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Are men fast becoming obsolete?
Are women seizing the reins of power in the nation, becoming the major breadwinners and decision-makers? Are women naturally suited for the new economy while old-fashioned males thrash about, clueless?
Today, the idea that men are fading and women rising frames the latest scary story of the sexes in newspapers, magazines, on the Web and in bestselling books.
Hanna Rosin writes in "The End of Men" that the United States is fast becoming a "middle-class matriarchy" as women become the major breadwinners. In "The Richer Sex," author Liza Mundy claims that one in four women out-earn their spouses.
A subtext of this narrative is that men lack the communications skills, flexibility and social intelligence that are the key ingredients for success in the new economy.
Men are allegedly as sensitive as bricks. Rosin refers to "cardboard" men and "plastic" women. In "The Female Brain," author Louann Brizendine claims that women "know what people are feeling, while a man can't spot an emotion unless somebody cries or threatens bodily harm." She says this female ability comes from a larger corpus callosum - the band of fibers that connect the halves of the brain - in women than in men. Anthropologist Helen Fisher claims in "The First Sex" that women's brains can integrate many sides of an argument while men are stuck with plodding linear thinking. "The future belongs to women," she argues.
After reading this, men might be tempted to just give up and leave the field to all these flexible, sensitive, wonderful, high-achieving women. The arguments seem very convincing - until you examine the facts.
In broad terms, women have indeed made enormous strides over the last 40 years, but those gains appear to be slowing. Catalyst, a nonprofit research group that seeks to further women's roles in business, has studied the gender gap at the top ranks in the U.S. and found that it's no closer to closing than it was six years ago.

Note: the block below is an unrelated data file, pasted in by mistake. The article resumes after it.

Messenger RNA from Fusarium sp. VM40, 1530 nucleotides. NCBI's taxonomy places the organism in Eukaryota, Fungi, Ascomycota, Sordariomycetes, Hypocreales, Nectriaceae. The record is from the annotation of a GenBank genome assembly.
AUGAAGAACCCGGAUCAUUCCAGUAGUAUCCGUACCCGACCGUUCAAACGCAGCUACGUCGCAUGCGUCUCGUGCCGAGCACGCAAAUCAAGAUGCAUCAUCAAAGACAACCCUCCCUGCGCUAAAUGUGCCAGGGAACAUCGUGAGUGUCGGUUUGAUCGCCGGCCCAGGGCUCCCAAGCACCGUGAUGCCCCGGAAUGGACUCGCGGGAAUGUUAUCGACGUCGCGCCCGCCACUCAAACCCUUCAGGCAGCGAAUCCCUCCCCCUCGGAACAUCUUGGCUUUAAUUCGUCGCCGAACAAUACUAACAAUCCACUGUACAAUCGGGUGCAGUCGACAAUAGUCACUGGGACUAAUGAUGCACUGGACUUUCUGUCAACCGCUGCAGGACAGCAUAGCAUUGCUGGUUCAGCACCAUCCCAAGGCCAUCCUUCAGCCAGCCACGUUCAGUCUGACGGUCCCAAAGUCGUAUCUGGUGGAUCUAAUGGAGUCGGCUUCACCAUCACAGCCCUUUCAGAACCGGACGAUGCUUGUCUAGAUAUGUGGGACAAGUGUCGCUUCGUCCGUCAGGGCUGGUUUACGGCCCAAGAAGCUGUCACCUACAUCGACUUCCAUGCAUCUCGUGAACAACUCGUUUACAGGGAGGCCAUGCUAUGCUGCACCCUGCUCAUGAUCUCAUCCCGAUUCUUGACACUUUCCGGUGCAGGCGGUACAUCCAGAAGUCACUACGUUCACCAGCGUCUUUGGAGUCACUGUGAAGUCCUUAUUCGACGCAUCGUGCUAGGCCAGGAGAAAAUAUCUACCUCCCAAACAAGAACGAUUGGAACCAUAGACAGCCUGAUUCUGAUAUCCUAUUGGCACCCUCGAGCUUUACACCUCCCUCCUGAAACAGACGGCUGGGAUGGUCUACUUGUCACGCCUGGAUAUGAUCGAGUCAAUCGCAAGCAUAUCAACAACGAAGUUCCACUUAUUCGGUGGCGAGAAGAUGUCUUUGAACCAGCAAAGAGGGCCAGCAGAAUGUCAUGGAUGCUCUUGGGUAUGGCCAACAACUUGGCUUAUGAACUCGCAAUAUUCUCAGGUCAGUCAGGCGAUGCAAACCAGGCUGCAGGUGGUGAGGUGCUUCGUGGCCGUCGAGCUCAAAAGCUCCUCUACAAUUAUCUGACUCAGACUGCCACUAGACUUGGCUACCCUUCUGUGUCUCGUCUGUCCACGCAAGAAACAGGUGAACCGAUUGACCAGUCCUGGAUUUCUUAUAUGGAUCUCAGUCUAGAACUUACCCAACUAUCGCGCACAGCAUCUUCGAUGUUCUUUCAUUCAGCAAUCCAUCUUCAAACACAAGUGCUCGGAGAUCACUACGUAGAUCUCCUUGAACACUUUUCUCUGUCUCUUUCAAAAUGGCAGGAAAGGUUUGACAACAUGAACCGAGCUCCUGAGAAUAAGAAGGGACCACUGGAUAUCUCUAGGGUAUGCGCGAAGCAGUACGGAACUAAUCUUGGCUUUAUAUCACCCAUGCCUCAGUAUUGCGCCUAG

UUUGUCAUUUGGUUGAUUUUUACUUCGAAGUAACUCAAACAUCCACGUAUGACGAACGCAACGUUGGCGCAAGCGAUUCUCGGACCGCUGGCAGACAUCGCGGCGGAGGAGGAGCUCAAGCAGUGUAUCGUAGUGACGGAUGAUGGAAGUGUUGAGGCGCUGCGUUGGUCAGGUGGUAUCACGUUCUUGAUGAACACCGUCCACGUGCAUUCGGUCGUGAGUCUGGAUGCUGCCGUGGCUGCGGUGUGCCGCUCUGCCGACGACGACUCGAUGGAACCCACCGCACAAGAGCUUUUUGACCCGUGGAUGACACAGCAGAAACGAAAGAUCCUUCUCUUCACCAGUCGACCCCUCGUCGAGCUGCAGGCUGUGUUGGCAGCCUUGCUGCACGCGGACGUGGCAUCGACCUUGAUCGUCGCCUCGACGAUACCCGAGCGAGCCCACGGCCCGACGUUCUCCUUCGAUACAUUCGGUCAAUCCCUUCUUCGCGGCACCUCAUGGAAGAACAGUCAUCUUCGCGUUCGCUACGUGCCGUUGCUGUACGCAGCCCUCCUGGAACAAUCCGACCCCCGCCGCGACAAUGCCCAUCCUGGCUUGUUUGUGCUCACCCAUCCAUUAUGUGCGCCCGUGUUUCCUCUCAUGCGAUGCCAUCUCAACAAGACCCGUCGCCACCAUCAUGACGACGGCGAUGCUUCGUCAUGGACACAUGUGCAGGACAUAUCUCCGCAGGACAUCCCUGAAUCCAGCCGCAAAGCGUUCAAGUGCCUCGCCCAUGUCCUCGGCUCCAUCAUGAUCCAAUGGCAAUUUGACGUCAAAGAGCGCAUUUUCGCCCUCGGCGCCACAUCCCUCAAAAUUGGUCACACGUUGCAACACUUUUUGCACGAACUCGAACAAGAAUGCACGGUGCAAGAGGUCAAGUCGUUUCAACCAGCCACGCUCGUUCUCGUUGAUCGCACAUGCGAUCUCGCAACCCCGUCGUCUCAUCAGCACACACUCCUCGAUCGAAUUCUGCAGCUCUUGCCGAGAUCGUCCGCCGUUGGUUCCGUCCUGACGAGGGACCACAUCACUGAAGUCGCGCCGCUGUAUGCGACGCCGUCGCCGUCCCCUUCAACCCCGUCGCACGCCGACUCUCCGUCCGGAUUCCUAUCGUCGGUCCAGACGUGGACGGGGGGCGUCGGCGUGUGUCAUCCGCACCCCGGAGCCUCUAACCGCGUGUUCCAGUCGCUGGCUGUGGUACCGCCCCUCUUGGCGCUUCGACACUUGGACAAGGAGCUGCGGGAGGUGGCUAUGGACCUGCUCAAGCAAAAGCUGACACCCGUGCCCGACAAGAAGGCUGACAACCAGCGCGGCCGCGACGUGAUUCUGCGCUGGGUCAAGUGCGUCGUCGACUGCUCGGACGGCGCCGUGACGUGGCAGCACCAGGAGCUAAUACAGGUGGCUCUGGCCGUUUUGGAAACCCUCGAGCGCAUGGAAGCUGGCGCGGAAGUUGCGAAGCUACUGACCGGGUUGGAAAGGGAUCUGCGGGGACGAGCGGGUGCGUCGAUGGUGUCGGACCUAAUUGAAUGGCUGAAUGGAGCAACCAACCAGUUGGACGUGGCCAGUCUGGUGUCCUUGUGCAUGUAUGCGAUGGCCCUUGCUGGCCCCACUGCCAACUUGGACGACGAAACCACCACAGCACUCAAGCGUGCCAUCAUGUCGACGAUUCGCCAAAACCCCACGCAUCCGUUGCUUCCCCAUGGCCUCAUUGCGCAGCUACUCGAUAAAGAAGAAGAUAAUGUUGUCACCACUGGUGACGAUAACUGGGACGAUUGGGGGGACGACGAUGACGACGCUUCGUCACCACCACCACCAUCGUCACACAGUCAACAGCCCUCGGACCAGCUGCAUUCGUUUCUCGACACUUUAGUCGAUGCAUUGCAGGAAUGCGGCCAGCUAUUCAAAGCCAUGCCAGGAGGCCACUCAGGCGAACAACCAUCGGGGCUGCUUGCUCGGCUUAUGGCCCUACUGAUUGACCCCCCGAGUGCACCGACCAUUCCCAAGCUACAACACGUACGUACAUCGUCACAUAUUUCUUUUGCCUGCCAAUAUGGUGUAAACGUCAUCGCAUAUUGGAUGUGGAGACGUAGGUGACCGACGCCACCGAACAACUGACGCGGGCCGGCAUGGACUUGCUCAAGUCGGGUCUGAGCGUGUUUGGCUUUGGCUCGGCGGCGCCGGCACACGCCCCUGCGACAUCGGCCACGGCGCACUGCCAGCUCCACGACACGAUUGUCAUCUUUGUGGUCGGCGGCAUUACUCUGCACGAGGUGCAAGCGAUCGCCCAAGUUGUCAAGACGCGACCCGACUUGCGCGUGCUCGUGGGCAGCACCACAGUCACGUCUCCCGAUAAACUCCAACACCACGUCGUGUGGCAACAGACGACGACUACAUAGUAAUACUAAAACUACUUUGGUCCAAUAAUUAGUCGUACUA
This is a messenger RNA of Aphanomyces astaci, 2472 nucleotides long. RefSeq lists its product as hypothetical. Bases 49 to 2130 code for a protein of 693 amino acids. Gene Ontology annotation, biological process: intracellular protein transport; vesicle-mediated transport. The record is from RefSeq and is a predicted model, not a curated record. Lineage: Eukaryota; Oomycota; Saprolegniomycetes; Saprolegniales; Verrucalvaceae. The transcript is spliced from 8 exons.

In no area of the 13 industrial sectors studied did women earn more than men. At no educational level did women earn more than men. And in none of the 22 countries studied did women earn more than men.
Rosin's "The End of Men" argues that because women outnumber men in college classrooms, they will replace men in the "broad striving middle class" that "defines society and provides leaders." But numbers alone aren't decisive; there is a real question whether women will ever attain leadership positions in the areas for which they have been trained.
A report from the Alfred P. Sloan Foundation found that so far, women's earnings have not kept up with their gains in educational attainment. Even though women earn more advanced degrees than men, their wages still trail far behind. Catalyst reports that female MBAs earn, on average, $4,600 less than male MBAs in their first job out of business school. Female physicians earn, on average, 39 percent less than male physicians. Women financial analysts take in 35 percent less, and female chief executives one-quarter less. Salary gains that female managers acquired in the 1980s and 1990s have dropped off, and men's salaries are pulling far ahead once again. Women start behind and never catch up.